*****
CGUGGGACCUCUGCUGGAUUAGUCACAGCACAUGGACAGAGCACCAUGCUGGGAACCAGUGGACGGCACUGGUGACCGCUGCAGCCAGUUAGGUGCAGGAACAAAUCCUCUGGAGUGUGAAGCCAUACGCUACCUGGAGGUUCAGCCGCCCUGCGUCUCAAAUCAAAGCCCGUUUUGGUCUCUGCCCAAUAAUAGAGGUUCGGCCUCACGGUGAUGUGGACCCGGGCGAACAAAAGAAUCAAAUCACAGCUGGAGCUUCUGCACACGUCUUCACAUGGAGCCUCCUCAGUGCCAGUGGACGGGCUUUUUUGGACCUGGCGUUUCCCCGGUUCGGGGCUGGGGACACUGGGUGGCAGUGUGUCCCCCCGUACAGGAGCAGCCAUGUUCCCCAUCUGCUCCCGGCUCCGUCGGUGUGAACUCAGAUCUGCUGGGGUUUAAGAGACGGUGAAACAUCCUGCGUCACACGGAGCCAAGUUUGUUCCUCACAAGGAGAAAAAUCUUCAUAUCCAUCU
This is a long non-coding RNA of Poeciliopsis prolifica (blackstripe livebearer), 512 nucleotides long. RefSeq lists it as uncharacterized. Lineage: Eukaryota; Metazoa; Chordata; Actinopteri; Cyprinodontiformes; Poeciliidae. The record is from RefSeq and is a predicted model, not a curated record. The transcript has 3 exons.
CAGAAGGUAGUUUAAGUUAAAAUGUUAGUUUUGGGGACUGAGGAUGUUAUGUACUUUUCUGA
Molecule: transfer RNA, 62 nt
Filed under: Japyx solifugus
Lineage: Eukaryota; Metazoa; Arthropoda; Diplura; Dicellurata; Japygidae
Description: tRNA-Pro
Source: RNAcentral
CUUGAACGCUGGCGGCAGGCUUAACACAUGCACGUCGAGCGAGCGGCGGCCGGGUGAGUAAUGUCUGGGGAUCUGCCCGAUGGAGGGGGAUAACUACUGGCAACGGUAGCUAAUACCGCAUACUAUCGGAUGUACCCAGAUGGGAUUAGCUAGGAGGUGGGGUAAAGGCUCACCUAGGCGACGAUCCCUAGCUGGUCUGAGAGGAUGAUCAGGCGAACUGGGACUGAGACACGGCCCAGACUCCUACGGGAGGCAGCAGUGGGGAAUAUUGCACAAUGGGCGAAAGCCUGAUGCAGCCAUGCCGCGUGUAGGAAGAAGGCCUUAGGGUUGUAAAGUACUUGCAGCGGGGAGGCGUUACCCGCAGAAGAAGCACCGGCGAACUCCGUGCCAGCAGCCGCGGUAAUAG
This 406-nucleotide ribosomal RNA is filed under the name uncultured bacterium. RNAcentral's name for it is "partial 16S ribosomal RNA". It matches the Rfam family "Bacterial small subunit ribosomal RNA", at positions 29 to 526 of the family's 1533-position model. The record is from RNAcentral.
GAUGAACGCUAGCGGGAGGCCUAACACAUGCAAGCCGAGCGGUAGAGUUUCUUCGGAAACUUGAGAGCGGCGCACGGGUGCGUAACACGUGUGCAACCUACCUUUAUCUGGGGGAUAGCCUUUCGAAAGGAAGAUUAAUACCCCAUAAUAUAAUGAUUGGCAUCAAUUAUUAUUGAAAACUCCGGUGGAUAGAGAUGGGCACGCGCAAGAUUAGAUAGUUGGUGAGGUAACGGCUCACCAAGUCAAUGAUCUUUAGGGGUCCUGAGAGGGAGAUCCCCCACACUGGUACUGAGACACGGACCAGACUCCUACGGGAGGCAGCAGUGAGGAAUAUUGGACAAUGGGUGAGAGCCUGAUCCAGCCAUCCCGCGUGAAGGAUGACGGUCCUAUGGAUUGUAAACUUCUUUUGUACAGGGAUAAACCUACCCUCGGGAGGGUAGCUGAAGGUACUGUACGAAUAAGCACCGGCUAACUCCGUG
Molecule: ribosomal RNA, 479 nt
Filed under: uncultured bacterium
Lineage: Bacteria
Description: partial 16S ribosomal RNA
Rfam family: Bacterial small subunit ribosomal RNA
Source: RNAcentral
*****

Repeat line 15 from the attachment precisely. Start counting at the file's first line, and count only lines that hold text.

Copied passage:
Description: partial 16S ribosomal RNA